I actually started an article some time ago about the various looks Superman villain Brainiac has sported over the years. It ultimately went nowhere because every design pales since Ed Hannigan designed a robotic version of Brainiac in 1983. It didn't hurt that in it's very first appearance, in Action Comics 544, it was drawn by Gil Kane.
Source: The Hollywood Reporter It was a surprising bit of casting news about CW's new addition to the Arrowverse, just days before the show debuts. MSNBC's Rachel Maddow will join the cast in a voice-only role as Gotham talk radio host Vesper Fairchild. Maddow, a comic book fan (source), had previously written the introduction to Greg Rucka's Batwoman collection Elegy.
A recent post on Twitter by Bryan Hitch sparked a comment from that got me thinking that Bryan Hitch's work on The Authority was really some influential stuff.
Part of being a comic lover’s wife involves having long, detailed conversations about comic book related characters. As most people who read this site or know us in person are aware, my hub is a giant Legion of Super-Heroes collector. This does tend to be the topic of many of our conversations. Especially now that they are re-booting the Legion and there are new books out.
Because I'm drawing a blank on what old comic to read next, let's get back to covering the Legion of Super-Heroes stories that hooked me in the 1980's. When last we left the Legion of this Era, Shadow Lass and Mon-El thwarted Lady Memory on Talok VIII. Five Legionnaires are missing in Limbo and Lightning Lass and Lightning Lord got inadvertently abducted by Zymyr. Like with most of the Baxter series, I read this issue after the fact, probably years after it first came out. I'm also thinking about if I want to stop this around issue twelve, which is about where I took a sabbatical from the Legion. I did that because it was at this point that I couldn't regularly get to a comic shop. I tried to place it where it fell chronologically with Tales of the Legion. While Dream Girl is talking about returning to Earth, Lightning Lass isn't at the group meeting in Tales of the Legion #318. I guess that there was a long sabbatical on Winath at the end of this story.
Doomsday Clock was reportedly going to signal the return of the JSA and the Legion of Super-Heroes. Both those teams returned elsewhere this month. That means the purpose of the series now remains to explain how the DC Universe was altered by Dr. Manhattan and essentially be a sequel for Watchmen.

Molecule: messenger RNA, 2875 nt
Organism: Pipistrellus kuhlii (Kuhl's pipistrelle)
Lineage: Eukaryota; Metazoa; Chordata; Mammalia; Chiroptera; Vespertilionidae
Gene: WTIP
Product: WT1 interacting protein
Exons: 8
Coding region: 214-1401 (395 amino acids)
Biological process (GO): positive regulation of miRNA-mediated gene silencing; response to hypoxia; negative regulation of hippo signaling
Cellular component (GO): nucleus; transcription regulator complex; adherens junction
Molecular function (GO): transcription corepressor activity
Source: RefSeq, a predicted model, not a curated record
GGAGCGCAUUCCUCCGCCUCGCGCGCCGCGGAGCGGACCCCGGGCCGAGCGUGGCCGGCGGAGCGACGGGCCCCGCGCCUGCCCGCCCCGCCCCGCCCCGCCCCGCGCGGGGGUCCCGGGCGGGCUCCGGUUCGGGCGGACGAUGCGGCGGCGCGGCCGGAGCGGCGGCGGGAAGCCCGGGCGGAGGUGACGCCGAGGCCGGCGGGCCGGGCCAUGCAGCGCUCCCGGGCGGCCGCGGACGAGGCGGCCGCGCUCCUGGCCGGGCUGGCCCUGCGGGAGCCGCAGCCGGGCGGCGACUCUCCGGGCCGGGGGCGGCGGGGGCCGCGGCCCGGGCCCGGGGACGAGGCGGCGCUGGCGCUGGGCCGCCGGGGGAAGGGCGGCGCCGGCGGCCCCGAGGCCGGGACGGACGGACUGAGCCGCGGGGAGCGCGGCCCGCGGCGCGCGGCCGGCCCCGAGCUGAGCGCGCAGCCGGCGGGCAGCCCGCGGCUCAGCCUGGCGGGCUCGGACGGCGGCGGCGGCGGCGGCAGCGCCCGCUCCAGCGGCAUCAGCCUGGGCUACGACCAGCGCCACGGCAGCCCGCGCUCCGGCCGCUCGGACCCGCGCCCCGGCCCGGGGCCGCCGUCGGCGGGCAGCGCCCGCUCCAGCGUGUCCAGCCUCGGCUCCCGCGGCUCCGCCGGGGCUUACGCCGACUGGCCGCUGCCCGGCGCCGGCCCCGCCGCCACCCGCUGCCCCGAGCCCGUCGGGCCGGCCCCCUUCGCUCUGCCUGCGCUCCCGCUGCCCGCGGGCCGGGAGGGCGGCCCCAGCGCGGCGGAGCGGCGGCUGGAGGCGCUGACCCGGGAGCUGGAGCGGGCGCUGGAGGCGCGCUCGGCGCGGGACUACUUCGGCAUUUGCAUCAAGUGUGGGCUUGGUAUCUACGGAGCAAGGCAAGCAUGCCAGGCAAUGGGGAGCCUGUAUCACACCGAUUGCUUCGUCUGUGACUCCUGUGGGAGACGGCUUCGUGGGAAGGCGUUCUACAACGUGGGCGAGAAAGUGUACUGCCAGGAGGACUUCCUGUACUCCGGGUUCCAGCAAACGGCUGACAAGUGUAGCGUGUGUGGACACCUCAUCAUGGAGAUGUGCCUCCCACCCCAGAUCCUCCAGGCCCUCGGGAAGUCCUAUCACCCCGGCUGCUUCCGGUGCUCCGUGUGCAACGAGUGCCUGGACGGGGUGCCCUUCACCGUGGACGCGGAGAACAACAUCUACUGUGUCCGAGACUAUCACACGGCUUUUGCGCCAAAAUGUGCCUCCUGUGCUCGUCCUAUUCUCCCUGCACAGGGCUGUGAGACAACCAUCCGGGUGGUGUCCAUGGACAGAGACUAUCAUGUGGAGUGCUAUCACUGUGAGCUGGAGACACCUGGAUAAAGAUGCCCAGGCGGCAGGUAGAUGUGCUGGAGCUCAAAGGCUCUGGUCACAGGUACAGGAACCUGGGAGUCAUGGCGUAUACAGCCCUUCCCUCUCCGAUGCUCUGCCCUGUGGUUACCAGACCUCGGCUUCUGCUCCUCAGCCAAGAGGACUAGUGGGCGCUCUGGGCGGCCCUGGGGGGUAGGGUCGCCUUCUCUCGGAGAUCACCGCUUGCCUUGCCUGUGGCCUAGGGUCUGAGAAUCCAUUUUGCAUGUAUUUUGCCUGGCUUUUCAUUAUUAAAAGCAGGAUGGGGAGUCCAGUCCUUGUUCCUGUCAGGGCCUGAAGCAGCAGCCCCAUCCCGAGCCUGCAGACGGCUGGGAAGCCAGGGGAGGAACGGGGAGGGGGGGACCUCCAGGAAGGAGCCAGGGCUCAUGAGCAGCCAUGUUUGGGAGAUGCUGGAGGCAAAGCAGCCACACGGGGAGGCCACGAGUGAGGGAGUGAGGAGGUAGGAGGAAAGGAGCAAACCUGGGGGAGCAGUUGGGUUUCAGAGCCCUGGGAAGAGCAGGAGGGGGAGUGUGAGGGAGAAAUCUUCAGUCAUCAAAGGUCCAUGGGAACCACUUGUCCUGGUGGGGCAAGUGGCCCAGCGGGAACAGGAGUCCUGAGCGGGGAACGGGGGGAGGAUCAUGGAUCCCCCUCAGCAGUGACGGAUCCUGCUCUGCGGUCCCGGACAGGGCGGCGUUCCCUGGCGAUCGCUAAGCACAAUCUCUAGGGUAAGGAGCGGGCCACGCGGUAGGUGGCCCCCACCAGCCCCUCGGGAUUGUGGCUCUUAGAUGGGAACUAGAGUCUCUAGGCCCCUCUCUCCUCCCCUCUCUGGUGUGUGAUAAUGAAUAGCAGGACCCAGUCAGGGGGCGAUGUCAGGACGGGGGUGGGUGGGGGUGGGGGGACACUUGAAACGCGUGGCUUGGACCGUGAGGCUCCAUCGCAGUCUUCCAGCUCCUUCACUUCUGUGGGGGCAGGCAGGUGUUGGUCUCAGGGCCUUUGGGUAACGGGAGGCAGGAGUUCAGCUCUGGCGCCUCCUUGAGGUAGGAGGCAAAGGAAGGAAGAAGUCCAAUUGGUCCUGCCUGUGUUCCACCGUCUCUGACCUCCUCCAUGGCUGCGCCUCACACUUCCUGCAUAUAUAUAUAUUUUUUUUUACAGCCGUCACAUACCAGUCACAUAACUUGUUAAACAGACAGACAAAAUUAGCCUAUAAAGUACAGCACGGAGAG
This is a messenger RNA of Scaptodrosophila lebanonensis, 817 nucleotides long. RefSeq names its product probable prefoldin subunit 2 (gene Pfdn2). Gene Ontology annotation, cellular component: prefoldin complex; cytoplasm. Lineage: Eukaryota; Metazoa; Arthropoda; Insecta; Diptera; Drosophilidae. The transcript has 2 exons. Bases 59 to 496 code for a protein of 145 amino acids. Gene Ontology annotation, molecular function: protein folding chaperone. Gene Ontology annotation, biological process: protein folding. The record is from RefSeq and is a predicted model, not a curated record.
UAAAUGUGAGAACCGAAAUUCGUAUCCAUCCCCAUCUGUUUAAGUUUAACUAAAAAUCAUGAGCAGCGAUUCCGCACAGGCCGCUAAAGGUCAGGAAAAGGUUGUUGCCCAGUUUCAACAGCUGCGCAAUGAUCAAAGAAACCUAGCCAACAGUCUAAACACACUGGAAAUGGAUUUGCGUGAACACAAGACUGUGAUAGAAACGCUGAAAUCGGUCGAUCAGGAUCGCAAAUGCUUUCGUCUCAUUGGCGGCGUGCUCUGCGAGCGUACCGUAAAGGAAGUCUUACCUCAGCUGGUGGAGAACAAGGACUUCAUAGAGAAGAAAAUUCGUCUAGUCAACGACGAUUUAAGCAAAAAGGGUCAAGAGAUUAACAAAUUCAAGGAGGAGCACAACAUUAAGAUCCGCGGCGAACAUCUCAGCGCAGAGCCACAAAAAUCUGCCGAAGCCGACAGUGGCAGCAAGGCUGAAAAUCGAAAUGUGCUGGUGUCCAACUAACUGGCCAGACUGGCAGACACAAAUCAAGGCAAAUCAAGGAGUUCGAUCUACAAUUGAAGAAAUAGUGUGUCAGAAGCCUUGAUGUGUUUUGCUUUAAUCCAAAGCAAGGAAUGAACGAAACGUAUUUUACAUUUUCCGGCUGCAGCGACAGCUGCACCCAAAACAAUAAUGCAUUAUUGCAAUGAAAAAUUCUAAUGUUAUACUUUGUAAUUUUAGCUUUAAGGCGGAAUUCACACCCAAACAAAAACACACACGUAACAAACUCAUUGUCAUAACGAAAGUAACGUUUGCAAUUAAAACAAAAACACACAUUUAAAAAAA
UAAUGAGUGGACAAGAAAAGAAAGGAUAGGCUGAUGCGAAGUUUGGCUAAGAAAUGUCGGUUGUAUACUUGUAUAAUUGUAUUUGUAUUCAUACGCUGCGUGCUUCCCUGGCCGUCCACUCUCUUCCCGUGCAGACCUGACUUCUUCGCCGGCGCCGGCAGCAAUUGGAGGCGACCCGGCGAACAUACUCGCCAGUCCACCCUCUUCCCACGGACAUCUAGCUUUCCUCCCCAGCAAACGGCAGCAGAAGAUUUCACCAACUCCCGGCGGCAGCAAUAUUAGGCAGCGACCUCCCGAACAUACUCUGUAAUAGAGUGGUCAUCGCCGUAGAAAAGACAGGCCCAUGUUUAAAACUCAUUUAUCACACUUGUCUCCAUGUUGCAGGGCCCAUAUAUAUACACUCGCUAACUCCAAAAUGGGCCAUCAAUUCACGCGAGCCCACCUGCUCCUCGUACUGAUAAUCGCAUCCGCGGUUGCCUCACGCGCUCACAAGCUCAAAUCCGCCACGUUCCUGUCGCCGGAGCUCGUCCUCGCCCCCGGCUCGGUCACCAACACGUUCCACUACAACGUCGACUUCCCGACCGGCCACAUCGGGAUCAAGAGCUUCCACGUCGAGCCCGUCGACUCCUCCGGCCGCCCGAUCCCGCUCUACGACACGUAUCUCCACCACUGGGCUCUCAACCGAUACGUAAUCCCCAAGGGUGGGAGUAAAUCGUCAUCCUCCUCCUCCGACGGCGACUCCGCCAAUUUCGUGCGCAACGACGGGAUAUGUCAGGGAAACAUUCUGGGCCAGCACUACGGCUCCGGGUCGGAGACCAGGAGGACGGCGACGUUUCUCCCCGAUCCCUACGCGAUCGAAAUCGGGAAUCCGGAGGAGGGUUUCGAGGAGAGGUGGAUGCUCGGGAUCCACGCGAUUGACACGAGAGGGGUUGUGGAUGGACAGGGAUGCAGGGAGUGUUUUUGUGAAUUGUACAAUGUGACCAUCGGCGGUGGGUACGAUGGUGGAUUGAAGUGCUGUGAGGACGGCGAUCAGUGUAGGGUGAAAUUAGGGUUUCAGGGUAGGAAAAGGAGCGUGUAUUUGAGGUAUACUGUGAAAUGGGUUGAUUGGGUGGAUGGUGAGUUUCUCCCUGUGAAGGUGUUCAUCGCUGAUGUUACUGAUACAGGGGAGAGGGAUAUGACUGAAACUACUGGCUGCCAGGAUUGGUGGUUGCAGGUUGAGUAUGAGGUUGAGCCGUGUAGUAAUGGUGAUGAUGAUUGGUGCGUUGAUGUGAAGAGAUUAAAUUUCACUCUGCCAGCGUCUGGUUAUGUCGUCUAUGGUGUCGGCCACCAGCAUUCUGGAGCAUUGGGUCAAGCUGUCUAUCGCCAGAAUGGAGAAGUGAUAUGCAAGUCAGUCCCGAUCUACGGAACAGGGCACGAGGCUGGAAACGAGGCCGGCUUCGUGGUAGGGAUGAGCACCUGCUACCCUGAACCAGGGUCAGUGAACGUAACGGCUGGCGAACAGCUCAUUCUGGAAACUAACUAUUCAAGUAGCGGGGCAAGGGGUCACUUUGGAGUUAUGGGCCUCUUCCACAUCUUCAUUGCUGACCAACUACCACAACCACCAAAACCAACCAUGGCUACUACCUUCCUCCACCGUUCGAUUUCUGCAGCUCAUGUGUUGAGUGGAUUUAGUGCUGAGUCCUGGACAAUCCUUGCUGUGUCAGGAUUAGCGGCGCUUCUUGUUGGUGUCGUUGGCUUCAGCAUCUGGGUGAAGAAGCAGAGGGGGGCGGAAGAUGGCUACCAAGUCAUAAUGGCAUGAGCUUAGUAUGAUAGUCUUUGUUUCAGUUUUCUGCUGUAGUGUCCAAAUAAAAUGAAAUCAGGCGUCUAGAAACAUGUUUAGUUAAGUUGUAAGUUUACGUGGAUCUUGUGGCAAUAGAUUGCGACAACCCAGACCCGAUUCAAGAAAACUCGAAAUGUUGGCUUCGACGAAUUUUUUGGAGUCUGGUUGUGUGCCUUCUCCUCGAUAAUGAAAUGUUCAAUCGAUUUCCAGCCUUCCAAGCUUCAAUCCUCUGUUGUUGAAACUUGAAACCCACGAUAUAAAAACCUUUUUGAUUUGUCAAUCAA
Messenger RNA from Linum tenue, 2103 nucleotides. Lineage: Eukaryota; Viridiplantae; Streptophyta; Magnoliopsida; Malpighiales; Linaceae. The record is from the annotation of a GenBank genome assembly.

So, after a long wait Legion of Super-Heroes: Millennium is here! This is where the return of the Legion of Super-Heroes begins. Yes, I know that they showed up last week in Superman #14. This, however, is what gets us us from here to there. I do need to warn you before you go on, that there are going to be spoilers.
On Late Night With Seth Myers, Brian Michael Bendis shared a group shot of the new Legion of Super-Heroes by artist Ryan Sook. We've gotten some definite character designs in the past few weeks, so we can definitely identify some of the members, but there are some in here that raise some questions.
My fascination with a multiverse hasn't been to the forefront in a while. However, in going back over my coverage of the Multiversity Guidebook, I was really fond of Earth-38. That Earth is based entirely on the series of Elseworlds series Superman & Batman: Generations. The premise of the series is that Superman and Batman debuted in 1939 and aged in real time. Many of their adventures would mirror the stories as they were published. Of course, the fact that the characters and their supporting casts aged meant that some stories wouldn't be the same.
Details trickled out yesterday about Brian Michael Bendis's Legion of Super-Heroes. It definitely appears that Superboy, Jonathan Kent will join this new Legion. Of course, fan reaction is mixed.
The news hit this week that Mad Magazine will cease publishing new content outside of annuals. It will also remove its circulation form newsstands, making it only available through comic shops and existing subscriptions. Instantly, when the news broke, celebrities, artists and fans started expressing their remorse online. There are no expressed plans for DC Comics to cancel the publication. What does this mean?
I was at HeroesCon last weekend and got to sit in on a great panel discussion about the Legion of Super-Heroes with three artists that worked on the Legion, Joe Staton, Greg LaRocque and Keith Giffen. I got the opportunity to pose a brief question to the three of them. So, I asked, "Other than your own work, what's your favorite Legion story?" LaRocque and Staton both answered with classic Silver Age Legion stories. Staton liked The Moby Dick of Space and LaRocque loved the story where Star Boy was expelled for killing. Giffen responded with the time they made Element Lad crazy and into a villain. I'm paraphrasing, but he was referencing the Legion Lost twist where the all-powerful Progenitor was revealed to be their lost teammate Element Lad. I can agree with the first two, but the mention of the Legion Lost story really impressed me. It was a great time when the writers did something uniquely different with the Legion. It shouldn't have surprised me to come from Keith Giffen, who was one of the architects of one of those times.